So this summer, take a break. Kick back with something cool to drink, have fun and make memories.

Until next time,
Josh

Hello Holidays!

What time is it? It’s holiday time!!!

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With the semester two exam season now at a close, the sighs of relief can be heard echoing from students across Toowoomba, Springfield and Hervey Bay.

After completing the usual post-exam ritual of returning library books, cleaning my desk, and packing away textbooks, I found myself at a loose end – there wasn’t any more study to be done, no exams to prepare for. With all the time I now had, I worked out that in the last 256 days of the academic year, I successfully completed 8 courses towards my double degree, which involved attending approximately 104 classes (lectures and tutorials), writing 25 assignments and sitting 5 end-of-semester exams!

Although 2013 seemed to speed by so quickly, I also managed to squeeze in time for a law internship, attended networking events and also had the opportunity to travel to Sydney to represent USQ at on a national’s level. With all the major academic hurdles now behind me, I am able to kick back and enjoy the holidays.

I know many people have exciting and adventurous plans for the summer, but after a busy year of study I’m just looking forward to relaxing and enjoying some well-earned peace and quiet.

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This summer, I’m looking forward to the little things like visiting grandparents and extended family, catching up on a mountain of TV shows and movies I missed out on during the year and playing the next Call of Duty game.

This summer will also involve celebrating two significant milestones in my life – the completion of my business degree (one down, one more to go!) as well as my 21st birthday. After spending the past two consecutive summers studying, this summer break has been a long time coming and it’ll be nice to have some time off to rest up before my final year of study at USQ!

What are you looking forward to this summer?

So what do they call people who aren’t students?

I ask as I am about to put my studies on hold for the first time ever. EVER.

In less than a month’s time I will lose one of my defining features. No longer will I select ‘student’ as my primary occupation on the demographic section of surveys, or flash my ID card for discounts at the movies. My days spent studying/chatting/sleeping in the library are numbered and I may well have had my final picnic (for many months anyway) in the Toowoomba campus quad. The most astounding thing, which definitely hasn’t hit me yet, is the fact that I won’t constantly have assignment due dates in the back of my mind or exam study looming over me. My diary will be devoid of highlighted study reminders, my USB will lose its ‘Uni’ folder, and many trees will be saved from all the journal articles I won’t have to print.

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It’s a freaky feeling to be putting my tertiary education aside but, after much deliberation, I have decided that it is time for a break. I feel like I’m ending a relationship: ‘it’s not you, USQ, it’s me – and I need some space’. Twelve years of schooling followed immediately by a three years’ bachelor degree have taken their toll on my sanity and stress levels (especially as my bachelor’s degree included two doses of summer semester and thus no real Christmas breaks). And then they were followed by this year. Honours year, which is due to be finished in a month (…tell that to my two outstanding assignments and thesis – so close but yet so far it seems!). Sixteen years of being a non-stop student. And to think that at the start of this year I was planning on applying for the 2014 master’s program as well, which would have brought the count to 18 years!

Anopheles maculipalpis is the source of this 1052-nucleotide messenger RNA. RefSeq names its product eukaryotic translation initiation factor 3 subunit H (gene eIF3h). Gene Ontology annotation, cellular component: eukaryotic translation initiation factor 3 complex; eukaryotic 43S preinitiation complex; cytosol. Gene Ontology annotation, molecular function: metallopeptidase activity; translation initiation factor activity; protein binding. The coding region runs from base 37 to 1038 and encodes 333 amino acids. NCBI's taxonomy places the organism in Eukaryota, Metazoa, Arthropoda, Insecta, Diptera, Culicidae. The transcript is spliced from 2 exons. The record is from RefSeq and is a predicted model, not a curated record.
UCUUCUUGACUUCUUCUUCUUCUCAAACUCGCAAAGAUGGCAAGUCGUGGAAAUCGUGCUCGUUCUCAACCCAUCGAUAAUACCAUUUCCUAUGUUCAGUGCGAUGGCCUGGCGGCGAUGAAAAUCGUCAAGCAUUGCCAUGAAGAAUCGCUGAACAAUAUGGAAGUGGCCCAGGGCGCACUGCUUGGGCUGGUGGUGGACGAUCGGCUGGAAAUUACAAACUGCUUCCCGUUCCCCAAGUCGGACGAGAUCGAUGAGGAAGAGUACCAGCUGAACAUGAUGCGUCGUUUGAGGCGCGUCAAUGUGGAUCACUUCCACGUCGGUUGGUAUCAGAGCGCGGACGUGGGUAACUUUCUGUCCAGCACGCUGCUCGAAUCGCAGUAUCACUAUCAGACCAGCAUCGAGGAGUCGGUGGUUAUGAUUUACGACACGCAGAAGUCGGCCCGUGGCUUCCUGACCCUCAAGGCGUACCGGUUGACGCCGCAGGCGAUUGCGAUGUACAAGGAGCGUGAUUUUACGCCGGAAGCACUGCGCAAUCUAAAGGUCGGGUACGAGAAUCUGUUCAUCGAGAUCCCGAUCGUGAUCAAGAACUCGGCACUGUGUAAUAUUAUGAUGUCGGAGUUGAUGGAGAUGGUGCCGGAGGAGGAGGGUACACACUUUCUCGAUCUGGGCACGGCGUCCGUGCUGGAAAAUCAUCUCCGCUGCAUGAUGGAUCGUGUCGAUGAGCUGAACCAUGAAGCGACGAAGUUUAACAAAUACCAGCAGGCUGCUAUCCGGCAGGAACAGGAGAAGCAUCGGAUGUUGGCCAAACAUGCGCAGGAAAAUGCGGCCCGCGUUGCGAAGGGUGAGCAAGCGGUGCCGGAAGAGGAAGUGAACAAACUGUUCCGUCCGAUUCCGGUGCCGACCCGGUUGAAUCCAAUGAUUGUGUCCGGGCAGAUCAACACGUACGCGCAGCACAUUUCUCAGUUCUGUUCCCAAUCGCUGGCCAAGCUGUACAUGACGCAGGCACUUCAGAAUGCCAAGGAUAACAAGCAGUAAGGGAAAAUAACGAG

I guess the dilemma which is faced by many goes along the lines of ‘well if I stop studying now to _____ (work full-time/travel/have a family/become a lion tamer and run off with the circus), then will I ever return to obtain the education and qualifications that I want?’ Coming out of high school I figured I’d just ‘knock over’ the six additional years of study taken to become a registered psychologist – better that than be interrupted and lose focus on the end goal. I was naïve and didn’t realise at the time that it would take some kind of super power (that I am yet to possess) to stay focused for so long without my brain making mad attempts to escape through my ears and never come back.

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I am someone who likes to be involved in lots of things and unfortunately the life of a successful student isn’t always compatible with that. So, after many hours deliberating over what to do next year I have come to the ‘take a break’ conclusion. Though I wouldn’t pinkie promise you on it, I do think that I will return to study at USQ sooner rather than later and that time off to relax, refresh, and reassess can only be a positive thing.

So then I had to think ‘wow, well if I’m not going to be a student then what will I be?!’ ‘Well,’ I thought, ‘what better to be than an adventurer?’ I need a real break next year, and whilst I also considered full-time work, in the end travel seemed like the best option, and something that I may not get the chance to do if I go down the career path now. Added to this is the fact that I was born in the UK, have British (as well as Australian) citizenship, and have 95% of my extended family living overseas. Aside from these things, wouldn’t you choose a traveling holiday over work?! So, not being one to mess around, my flights to the UK are booked for April next year (after graduation), and my British passport is in the process of being renewed. The tentative plan at this point is to gain some work in mental health whilst in the UK and then apply for Masters in 2015 when I return to Australia, but I’m also happy to just ‘go with the flow’. Farewell to the student and hello to the happy-go-lucky explorer! Oh wait, I’d better deal with those assignments and thesis first…